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Forest and Field
Transcript of Forest and Field
Fair Trade and Organic 10% Off For You! Where in the World The Lowest Price Increase Demand
Decrease Wants What can be done? This goes for everything from food to clothing.
Such a large percentage of what we purchase is made or harvested in such a way that peoples lives are put on the back burner. The problem is, sometimes these are the only jobs available to them and they have to feed their families. So we must increase demand for organic, fair trade products in the hope that things will change. But that means we have to be willing to spend more for what we want. "Most flower workers get paid the minimum wage which is about $8 a day. $215 a month has to pay for food for the kids, education, healthcare and this is not enough to live off of. They price of food has also increased recently. They take out a percentage of our salary for healthcare, meals, and other things." -Amanda Camacho (worker) The majority of cut flowers are shipped from countries like Columbia and Ecuador and make up 90% of the US cut flower industry today. California used to be the main provider in the country but now, they can't keep up or provide the low prices of these flowers shipped from across the world. At the wholesale market there is a group called the Oregon Flower Growers Association. These are all the local growers in the area. I've done my best in the past to purchase from them but when winter approaches I have little option. I would like to get to the point where I am almost fully using local growers. I have already begun contacting a few of the growers in the area to establish relationships as I make this change. During a time like winter, where I may need to purchase imported flowers for a wedding, (unless they are wanting a pine and twig bouquet!) I would like to only purchase those which are fair trade and organic in hopes that a demand will rise as people are informed and things will change for the workers. I believe in these issues so much that I would like to give you, my client, 10% off if you use local and or organic, fair trade flowers for your wedding! From Ground to Bouquet Apart from all the unfair pay and chemical poisoning done to the workers what else goes
into a cut flower from somewhere like Columbia. -The petroleum heavy pesticide
-Energy for irrigation
-Refrigeration during transport and in the retail setting
-Transport(air freight and car delivery. Poisoned Workers -women workers comprise the majority of employees in the flower industry in developing countries such as Colombia and Kenya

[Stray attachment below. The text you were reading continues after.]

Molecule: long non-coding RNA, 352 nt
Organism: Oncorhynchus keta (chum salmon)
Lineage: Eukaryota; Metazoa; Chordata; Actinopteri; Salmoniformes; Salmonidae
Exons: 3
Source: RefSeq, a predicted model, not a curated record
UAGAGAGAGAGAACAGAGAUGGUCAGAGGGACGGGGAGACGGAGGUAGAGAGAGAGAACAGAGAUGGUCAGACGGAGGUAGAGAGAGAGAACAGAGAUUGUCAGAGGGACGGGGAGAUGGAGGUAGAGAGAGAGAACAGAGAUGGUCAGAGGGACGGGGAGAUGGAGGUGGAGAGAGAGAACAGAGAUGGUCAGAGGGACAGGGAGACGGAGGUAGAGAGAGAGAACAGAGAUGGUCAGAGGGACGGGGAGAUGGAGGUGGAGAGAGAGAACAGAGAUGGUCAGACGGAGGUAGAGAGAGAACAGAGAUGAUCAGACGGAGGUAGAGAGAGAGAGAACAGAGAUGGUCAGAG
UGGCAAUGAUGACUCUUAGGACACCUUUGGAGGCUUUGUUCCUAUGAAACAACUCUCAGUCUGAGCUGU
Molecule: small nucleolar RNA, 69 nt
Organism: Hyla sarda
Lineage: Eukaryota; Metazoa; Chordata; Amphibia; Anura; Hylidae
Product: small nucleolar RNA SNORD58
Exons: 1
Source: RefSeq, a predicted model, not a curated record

-they are exposed to a toxic cocktail of chemicals used to destroy pests and fungus, and to keep flowers fresh for the supermarket shelves
-according to the Colombian National Institute of Health, women on flower farms experience higher-than-average rates of miscarriages, premature births and congenital malformations. Workers exposed to pesticides also suffer skin lesions, allergies, respiratory problems, fainting spells, headaches, eye problems and chronic asthma
-employees work up to 15 hours a day to meet retailers’ heavy demands
working conditions on many flower farms are dismal, even on those farms with ethical certification such as Florverde in Colombia workers cover long shifts at one task with only a short break per day, often resulting in physical injuries
-women are subjected to a high rate of sexual harassment due to isolated work areas, and there is often no safe drinking water whilst on the job. 1 Day of work for this worker from Columbia = 400 stems cut.
U.S. Wholesale Cost:
$8 = 2 bunches of Carnations
(which is 20 stems) Support Local Back in the day we did it, why not bring it back? By supporting local you are cutting out all the middle men, most of the transport and fuel to get it here, and supporting local farmers! Educate Others Nothing will change if people don't know.
These issues are so hidden from our eyes
that they must be revealed by those who
have seen or heard. The problem is, once
you discover an issue with one import, you discover an issue with all of them.